A 72-inch pipe and a 60-inch pipe run parallel to each other on the old rail right of way to a branch and junction pumping station in Monitor Township on Three Mile Road.

The Detroit and Mackinac Railway (D&M), informally known as the "Turtle Line", was a railroad operating in the northeastern part of the state.

The main line stretched from the southern hub at Bay City to its northern hub at Cheboygan. It operated from 1894 to 1992.

The D&M's earliest predecessors were the Bay City and Alpena (1882) which built a line from Bay City north to Alpena, Michigan 124 miles, and the Alpena and Northern, which operated a short line north from Alpena to LaRoqcue, 38 miles.

Then the D&M extended the line north to Cheboygan, at the Straits of Mackinac, a total of about 197 miles.

The main product transported by the D&M was timber from the vast northeast Michigan forests and the D&M built spurs and branch lines to serve the forested areas.

The D&M mainline from Bay City to Alpena offered sleeping car, and meal services between Detroit and Alpena in the 1930's. The Michigan Central operated the trains between Detroit and Bay City.

By the 40's the meal services had disappeared and by 1950 the sleepers and Detroit connections were gone. By 1955 the D&M was all freight. On the main from Alpena to Cheboygan, a single motor train lasted until sometime in the 40's.

As the availability of forest products became scarce and economic conditions deteriorated the D&M was sold to thee Lake States Railway Company in 1992.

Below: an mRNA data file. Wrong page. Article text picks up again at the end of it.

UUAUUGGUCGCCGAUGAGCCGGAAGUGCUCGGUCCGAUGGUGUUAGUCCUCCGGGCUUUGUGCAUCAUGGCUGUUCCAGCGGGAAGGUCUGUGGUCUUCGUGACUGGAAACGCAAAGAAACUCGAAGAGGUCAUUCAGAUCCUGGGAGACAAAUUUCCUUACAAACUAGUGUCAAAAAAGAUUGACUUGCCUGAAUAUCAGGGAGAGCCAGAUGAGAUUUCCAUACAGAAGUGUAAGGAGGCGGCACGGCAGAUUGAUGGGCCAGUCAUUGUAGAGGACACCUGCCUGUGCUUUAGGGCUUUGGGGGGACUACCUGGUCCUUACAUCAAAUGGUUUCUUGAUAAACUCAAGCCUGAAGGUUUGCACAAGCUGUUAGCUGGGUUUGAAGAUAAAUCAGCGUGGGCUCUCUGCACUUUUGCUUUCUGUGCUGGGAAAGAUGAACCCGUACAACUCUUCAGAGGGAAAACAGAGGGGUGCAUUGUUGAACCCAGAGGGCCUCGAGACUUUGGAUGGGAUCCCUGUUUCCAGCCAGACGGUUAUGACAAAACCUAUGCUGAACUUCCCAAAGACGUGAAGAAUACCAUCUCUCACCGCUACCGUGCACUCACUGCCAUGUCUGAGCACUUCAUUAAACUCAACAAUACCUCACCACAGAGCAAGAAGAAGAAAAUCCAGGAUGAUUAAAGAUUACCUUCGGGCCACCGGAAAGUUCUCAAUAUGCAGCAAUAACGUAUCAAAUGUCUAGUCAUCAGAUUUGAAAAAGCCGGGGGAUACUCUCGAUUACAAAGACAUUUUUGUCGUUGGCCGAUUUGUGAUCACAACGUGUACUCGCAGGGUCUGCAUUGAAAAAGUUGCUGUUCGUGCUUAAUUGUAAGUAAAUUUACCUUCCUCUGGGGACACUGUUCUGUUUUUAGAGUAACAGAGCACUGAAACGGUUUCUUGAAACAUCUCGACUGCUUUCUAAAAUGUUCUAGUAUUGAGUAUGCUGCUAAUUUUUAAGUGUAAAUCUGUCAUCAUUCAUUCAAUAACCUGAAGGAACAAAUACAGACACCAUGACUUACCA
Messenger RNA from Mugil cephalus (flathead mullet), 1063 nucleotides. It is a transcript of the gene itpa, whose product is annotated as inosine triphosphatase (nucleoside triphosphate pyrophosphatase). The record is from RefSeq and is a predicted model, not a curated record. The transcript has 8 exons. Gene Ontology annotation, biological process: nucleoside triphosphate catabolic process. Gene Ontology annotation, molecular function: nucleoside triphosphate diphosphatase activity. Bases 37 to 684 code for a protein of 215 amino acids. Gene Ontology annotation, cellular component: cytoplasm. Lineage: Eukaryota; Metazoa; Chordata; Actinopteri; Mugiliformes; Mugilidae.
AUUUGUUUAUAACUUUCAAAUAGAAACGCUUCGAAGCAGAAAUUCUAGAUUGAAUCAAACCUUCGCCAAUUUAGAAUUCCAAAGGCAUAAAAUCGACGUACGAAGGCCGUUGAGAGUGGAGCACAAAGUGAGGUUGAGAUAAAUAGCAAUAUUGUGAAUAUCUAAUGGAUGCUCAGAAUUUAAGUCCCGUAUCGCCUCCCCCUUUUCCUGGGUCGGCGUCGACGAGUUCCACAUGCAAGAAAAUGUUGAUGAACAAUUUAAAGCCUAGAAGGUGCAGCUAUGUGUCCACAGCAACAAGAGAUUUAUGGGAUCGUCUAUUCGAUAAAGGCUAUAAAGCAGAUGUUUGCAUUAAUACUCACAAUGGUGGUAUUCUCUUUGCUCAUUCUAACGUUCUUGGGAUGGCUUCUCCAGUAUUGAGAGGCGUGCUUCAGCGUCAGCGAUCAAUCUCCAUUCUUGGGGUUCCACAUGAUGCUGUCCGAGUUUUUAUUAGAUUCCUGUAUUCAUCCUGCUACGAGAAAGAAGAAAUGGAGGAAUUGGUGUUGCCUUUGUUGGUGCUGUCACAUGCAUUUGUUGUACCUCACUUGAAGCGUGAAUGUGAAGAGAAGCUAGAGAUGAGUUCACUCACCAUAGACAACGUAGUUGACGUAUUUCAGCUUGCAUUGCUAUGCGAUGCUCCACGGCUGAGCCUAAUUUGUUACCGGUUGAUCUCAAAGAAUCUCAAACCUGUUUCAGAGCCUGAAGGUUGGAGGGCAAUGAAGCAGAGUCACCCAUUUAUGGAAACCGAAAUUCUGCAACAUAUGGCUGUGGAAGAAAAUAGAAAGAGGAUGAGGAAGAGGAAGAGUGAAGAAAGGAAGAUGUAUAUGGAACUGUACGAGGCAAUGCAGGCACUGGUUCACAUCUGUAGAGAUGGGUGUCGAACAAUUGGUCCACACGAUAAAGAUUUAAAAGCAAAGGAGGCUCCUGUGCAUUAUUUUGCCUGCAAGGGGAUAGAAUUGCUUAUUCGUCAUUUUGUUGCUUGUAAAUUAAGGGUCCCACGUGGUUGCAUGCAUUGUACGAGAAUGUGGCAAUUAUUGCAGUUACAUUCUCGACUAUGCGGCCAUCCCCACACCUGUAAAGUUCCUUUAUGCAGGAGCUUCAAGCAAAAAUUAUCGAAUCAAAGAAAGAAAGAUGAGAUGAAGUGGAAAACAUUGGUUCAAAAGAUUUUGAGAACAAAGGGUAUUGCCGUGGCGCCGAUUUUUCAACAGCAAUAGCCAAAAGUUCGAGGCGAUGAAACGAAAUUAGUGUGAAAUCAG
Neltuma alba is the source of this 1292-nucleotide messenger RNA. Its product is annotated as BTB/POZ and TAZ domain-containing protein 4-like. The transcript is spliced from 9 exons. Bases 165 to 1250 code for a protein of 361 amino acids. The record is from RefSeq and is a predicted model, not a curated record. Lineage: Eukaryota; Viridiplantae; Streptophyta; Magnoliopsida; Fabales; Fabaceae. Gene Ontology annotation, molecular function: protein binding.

1882 - This Detroit and Mackinac Railway began in 1882 as the Bay City and Alpena Railroad.

1883 - BC&A renamed as the Detroit, Bay City & Alpena Railroad.

1893 - The Alpena and Northern Railroad incorporates on July 28, 1893, with the intention of building a 85-mile line from Alpena to Mackinaw City, on the south shore of the Straits of Mackinac.

1893 - On November 18 the A&N opens a line from Alpena to LaRocque (now Hawks); about 38 miles.

1894 - The DBC&A Railroad, operated from Bay City northward to the Lake Huron port of Alpena, 124 miles, is reorganized into the Detroit and Mackinac (D&M) on December 17, 1894.

1895 - On April 16, 1895, the A&N is purchased by the D&M and ceases to exist as an independent company.

1896-1910 - The timber resources of northeastern Michigan were fully utilized and the D & M expanded its trackage northward from Alpena to Cheboygan. The line prospered, and even built a stone passenger depot in Harrisville. The D&M also built many spur lines into tracks of adjacent timberland. One spur, in service for many years, served the limestone quarries of Rogers City.

1976 - In March, 1976, the D&M purchased segments of the Penn Central Railroad, from Bay City to Kawkawlin, and from Sallings (south of Gaylord) to Mackinaw City. The portion of the line from Kawkawlin to Sallings was purchased by the State of Michigan and operated by the D&M.

1992 - Adverse economic conditions continued to affect railroad operations in the northeastern United States. The Detroit & Mackinac is sold to Lake State Railway.


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Dave Rogers

Dave Rogers is a former editorial writer for the Bay City Times and a widely read,